New York's crusading Attorney-General Andrew Cuomo is back to what he does best - investigating corporate mismanagement, and this time it's Merrill Lynch that's in his sights. Now, he is accusing executives at the New York brokerage of prematurely awarding $3.6 billion in bonuses late last year, just days before Merrill was taken over by Bank of America Corp.
In a letter addressed to Congressman Barney Frank, Cuomo has charged the brokerage house of giving $1 million to each of nearly 700 employees even as it went under. Cuomo's letter comes as Frank's House of Representatives Financial Services Committee gets set to grill executives from eight banks that received $125 billion from the Treasury last fall.
Merrill executives have drawn fire because they paid 2008 performance bonuses in December, earlier than usual and despite the fact that Merrill had losses of $15.3 billion in the fourth quarter. Bank of America initially received $25 billion from the Treasury and later was forced to seek $20 million more, plus $188 billion in asset guarantees.
Cuomo, who began questioning Wall Street banks about their 2008 bonus plans in October, said in the letter to Frank that Merrill may have taken steps to pay lavish bonuses so that taxpayers would foot the bill. Cuomo has been examining whether Merrill broke securities laws when it paid the bonuses.
''One disturbing question that must be answered is whether Merrill Lynch and Bank of America timed the bonuses in such a way as to force taxpayers to pay for them through the deal funding,'' Cuomo said in the letter.
''In a surprising fit of corporate irresponsibility, it appears that, instead of disclosing their bonus plans in a transparent way as requested by my office, Merrill Lynch secretly moved up the planned date to allocate bonuses and then richly rewarded their failed executives,'' Cuomo wrote.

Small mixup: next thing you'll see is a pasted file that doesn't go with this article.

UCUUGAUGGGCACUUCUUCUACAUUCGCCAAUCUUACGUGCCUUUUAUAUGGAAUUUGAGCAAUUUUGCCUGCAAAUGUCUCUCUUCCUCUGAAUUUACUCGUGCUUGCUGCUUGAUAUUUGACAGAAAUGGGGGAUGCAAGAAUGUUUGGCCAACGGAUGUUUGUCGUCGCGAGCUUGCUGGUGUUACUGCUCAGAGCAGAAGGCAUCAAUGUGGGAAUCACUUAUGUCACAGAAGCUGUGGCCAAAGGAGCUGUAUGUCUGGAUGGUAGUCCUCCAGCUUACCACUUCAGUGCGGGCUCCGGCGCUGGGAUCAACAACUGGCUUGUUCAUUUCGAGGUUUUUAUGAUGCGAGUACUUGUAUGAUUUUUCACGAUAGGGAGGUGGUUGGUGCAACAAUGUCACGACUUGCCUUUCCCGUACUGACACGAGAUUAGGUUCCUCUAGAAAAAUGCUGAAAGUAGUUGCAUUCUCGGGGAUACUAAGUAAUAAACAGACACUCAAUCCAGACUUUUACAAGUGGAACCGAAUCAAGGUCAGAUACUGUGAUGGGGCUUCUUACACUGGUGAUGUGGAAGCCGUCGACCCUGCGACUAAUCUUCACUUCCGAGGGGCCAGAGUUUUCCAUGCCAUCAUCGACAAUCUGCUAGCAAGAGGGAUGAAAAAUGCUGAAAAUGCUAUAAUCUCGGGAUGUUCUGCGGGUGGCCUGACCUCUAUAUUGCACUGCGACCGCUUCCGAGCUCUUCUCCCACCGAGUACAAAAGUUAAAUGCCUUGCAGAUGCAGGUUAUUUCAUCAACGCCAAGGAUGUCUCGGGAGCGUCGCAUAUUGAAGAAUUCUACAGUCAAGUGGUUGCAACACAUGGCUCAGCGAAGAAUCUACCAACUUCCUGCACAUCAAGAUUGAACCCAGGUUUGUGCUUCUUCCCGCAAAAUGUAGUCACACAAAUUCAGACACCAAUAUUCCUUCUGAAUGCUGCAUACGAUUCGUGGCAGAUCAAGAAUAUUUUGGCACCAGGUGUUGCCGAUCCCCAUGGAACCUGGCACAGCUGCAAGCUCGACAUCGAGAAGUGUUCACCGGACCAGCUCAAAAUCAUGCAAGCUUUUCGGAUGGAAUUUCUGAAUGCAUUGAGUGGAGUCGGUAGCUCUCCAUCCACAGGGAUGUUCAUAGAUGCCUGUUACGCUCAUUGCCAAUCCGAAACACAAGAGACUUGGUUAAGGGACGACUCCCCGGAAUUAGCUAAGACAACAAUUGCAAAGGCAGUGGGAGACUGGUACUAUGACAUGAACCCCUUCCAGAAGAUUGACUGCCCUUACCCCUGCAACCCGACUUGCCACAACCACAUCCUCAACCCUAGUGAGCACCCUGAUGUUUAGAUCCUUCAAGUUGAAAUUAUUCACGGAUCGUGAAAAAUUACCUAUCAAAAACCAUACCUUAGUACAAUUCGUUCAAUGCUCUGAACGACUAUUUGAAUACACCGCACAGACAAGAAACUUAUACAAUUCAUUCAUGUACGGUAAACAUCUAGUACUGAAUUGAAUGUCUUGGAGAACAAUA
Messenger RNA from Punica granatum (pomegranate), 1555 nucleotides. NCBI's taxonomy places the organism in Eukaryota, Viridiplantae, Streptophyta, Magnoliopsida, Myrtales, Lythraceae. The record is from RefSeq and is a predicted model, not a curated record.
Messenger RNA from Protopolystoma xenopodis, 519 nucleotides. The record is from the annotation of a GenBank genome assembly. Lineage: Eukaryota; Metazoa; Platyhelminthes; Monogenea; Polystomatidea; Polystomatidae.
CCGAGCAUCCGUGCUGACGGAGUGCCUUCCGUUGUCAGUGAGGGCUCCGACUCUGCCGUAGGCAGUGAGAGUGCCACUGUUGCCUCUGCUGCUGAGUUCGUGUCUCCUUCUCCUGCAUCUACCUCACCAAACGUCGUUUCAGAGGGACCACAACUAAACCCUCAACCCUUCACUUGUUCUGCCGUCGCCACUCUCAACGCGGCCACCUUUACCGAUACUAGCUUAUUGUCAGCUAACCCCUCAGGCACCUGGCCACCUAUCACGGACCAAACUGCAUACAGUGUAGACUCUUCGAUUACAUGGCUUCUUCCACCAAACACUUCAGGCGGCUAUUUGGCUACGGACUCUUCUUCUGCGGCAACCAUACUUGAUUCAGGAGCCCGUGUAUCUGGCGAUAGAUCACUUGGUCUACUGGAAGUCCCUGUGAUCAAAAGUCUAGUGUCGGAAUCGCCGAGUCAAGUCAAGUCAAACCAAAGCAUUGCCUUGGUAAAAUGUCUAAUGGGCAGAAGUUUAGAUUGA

Charlotte-based Bank of America paid $29.1 billion, including $8.6 billion in preferred stock, for Merrill on 1 January. As part of the deal, Bank of America received $20 billion in federal bailout funds to buy the troubled brokerage firm, which lost $15.3 billion in the fourth quarter. (See: Bank of America buys Merrill Lynch)
Merrill, with Bank of America's knowledge, paid $3.6 billion in bonuses for 2008. That's an average of $91,000 per employee, Cuomo said, but the lion's share went to a select group. The top four recipients received a combined $121 million; the next four received a combined $62 million; and the next six received a combined $66 million, according to Cuomo. The top 149 executives received a total of $858 million, and 696 received at least $1 million each, he wrote.
"These payments and their curious timing raise serious questions as to whether the Merrill Lynch and Bank of America boards of directors were derelict in their duties and violated their fiduciary obligations," Cuomo said.
Cuomo's allegations follow his decision to issue subpoenas late last month seeking the testimony of former Merrill Chief Executive John Thain, as well as the testimony of Bank of America Chief Administrative Officer J Steele Alphin. The subpoenas are part of an ongoing inquiry into billions of dollars in bonuses paid by Merrill Lynch late last year just days before Merrill was taken over by Bank of America. (See: Former Merrill boss Thain ousted from Bank of America amid losses)